Nine professors receive inaugural UT System award for undergraduate teaching excellence
For music Professor Elizabeth Morrow, the rewards of teaching come in many forms. She liked the extra money when she began teaching cello at age 15, after six years of playing the instrument. Today, after 18 years at UT Arlington, her former students send their students to her summer camp, the Texas Cello Academy. Her students inquire about the process of teaching so they can pass on their passion for music and learning the way she has.
Elizabeth Morrow founded the Texas Cello Academy and has toured extensively in North America.
“You have to love learning how to do it. The practicing part, the analyzing of what goes into successful playing,” Dr. Morrow explains. “My teachers embraced that, and my students embraced that.”
She is one of nine UT Arlington faculty members selected as inaugural recipients of the UT System Board of Regents’ Outstanding Teaching Awards. They are among 73 faculty members from nine UT System academic institutions to receive the new honor and share in $2 million.
“It’s a tribute to our faculty,” UT Arlington Provost Donald Bobbitt says. “We have exceptional faculty who care about their educational mission.”
The awards carry a prize of $15,000 to $30,000 depending on level of experience and are believed to be among the highest in the country for rewarding outstanding undergraduate faculty performance and innovation.
“We have exceptional faculty who care about their educational mission.”
The regents established the awards in August 2008 as the latest in a series of UT System-launched initiatives aimed at fostering innovative approaches to teaching, research and commercialization endeavors at all 15 UT System institutions. Candidates for the teaching awards were nominated by their respective institutions. Assessment criteria included student and peer evaluations, teaching portfolio (which includes pedagogical innovation and teaching objectives) and student learning outcomes.
“These awards demonstrate our commitment to maintaining excellence in our classrooms and send a clear message to our campus communities that we value exceptional performance and innovation,” says James R. Huffines, chairman of the Board of Regents.
Other UT Arlington recipients:
Norman Cobb. An associate professor of social work, Dr. Cobb is a six-time winner of the University’s Torgerson Award for teaching excellence, chosen by graduate students, and the 2007 recipient of the Bachelor of Social Work Teaching Award, given by undergraduates.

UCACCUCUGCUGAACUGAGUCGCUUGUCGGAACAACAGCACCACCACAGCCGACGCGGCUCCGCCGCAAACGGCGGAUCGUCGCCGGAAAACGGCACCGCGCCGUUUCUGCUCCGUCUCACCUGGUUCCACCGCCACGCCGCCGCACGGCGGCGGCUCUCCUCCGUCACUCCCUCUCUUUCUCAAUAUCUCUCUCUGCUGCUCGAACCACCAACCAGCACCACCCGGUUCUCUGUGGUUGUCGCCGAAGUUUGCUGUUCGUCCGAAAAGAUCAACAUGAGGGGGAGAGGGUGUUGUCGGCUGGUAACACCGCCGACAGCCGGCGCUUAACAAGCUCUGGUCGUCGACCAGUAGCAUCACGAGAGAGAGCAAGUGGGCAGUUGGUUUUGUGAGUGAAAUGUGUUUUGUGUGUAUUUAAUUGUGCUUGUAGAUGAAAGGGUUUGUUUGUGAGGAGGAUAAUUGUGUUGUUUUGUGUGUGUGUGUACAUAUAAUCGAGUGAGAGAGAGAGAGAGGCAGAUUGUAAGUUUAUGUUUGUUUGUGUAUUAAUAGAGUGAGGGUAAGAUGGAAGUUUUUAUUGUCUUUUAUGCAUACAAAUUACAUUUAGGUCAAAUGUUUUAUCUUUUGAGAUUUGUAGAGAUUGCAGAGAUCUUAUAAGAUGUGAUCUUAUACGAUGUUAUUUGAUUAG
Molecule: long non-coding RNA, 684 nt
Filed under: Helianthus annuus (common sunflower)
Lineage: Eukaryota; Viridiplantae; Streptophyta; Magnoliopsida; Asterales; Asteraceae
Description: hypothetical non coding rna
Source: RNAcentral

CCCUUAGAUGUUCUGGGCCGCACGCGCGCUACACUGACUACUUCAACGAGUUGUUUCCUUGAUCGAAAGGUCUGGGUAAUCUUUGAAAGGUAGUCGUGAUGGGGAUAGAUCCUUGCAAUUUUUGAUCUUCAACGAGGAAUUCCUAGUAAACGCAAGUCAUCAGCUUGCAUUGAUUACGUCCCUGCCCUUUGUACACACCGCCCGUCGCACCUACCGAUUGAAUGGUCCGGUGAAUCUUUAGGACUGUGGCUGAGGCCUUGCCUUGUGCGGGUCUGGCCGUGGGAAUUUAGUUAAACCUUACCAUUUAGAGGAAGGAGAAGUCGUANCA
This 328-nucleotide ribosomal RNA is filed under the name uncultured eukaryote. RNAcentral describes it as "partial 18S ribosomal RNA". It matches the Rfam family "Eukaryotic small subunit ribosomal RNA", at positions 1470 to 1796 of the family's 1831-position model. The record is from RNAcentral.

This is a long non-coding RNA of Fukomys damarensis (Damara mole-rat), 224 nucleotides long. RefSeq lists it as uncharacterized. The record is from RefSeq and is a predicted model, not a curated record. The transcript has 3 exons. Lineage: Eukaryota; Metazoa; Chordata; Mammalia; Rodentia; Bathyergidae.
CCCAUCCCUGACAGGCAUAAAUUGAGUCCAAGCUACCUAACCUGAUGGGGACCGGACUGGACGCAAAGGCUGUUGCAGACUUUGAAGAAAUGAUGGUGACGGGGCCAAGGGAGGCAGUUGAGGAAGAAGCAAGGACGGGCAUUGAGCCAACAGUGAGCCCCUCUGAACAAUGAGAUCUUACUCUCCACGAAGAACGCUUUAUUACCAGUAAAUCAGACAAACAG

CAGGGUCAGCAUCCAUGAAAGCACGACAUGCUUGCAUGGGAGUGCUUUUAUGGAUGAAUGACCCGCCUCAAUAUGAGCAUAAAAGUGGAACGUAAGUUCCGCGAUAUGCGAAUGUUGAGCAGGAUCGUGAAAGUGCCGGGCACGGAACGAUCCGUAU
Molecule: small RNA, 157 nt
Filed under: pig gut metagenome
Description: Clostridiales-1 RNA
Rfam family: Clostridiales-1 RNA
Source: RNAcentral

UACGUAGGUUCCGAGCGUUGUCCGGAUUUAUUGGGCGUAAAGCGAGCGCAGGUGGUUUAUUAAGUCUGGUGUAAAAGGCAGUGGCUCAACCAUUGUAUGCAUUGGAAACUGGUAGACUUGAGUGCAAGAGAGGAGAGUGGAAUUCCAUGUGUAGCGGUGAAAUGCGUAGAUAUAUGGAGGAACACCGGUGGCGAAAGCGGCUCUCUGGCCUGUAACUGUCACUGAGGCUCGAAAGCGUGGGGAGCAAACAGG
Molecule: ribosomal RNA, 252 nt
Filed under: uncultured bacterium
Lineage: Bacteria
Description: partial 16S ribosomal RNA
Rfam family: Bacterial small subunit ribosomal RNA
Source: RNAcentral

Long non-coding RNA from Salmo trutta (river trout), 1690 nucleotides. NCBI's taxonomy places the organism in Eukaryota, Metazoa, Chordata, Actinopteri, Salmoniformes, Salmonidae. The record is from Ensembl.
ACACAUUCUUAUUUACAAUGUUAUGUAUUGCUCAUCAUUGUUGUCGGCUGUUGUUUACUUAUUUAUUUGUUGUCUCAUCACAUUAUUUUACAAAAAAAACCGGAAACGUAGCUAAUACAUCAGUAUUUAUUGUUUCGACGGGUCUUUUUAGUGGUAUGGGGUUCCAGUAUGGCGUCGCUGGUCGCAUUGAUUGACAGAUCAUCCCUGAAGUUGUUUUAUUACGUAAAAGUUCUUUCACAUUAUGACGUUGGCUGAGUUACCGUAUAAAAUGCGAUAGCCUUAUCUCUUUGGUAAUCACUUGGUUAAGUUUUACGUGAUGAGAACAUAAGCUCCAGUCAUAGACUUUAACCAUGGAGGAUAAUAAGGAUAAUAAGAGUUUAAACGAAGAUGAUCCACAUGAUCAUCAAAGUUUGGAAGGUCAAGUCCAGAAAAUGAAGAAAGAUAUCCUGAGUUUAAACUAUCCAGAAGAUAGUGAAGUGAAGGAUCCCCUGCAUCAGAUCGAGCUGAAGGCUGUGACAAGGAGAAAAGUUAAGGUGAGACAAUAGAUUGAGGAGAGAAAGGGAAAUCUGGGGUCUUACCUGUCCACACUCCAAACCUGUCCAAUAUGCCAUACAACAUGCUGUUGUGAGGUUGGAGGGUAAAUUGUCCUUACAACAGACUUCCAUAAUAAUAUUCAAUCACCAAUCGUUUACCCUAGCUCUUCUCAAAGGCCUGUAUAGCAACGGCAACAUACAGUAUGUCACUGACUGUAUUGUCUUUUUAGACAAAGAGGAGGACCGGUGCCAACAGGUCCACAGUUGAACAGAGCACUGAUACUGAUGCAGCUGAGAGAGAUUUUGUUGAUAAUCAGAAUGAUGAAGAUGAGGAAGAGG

Minerva Cordero-Epperson. An associate professor of mathematics in the College of Science, Dr. Cordero-Epperson garnered a $3 million grant this spring from the National Science Foundation to build interest among junior high and high school students in math.
Mary Lynn Crow. A professor of curriculum and instruction in the College of Education and Health Professions, Dr. Crow has won each of the University’s three major teaching awards and numerous others. She is also a licensed clinical psychologist.
Doreen Elliott. A professor of social work, Dr. Elliott brings a global approach to her students. A former teacher at the University of Wales, she chairs the Council on Social Work Education’s global education commission and teaches a wide range of classes.
Jennifer Gray. A professor of nursing and associate dean of the School of Nursing’s doctoral program, Dr. Gray has provided nursing education workshops in the Dominican Republic and Tanzania. She is the George W. and Hazel M. Jay Professor of Nursing.
Larry Nelson. An assistant professor of kinesiology in the College of Education and Health Professions, Dr. Nelson puts fun in fitness with projects such as the Dancing Classrooms North Texas program and a course on Teaching Games for Understanding.
Jimmy Rogers. A senior lecturer of chemistry and biochemistry in the College of Science, Dr. Rogers researches chemistry education and has received the Provost’s Award for Excellence in Teaching and the Outstanding Academic Faculty Adviser Award.
David Silva. A professor of linguistics in the College of Liberal Arts and vice provost for academic affairs, Dr. Silva is the founding president of UT Arlington’s chapter of the Phi Kappa Phi honor society. He is a recipient of the Gertrude Golladay Memorial Award for Outstanding Teaching.
Cobb, Cordero-Epperson, Crow, Elliott, Gray, Morrow and Silva are members of UT Arlington’s Academy of Distinguished Teachers.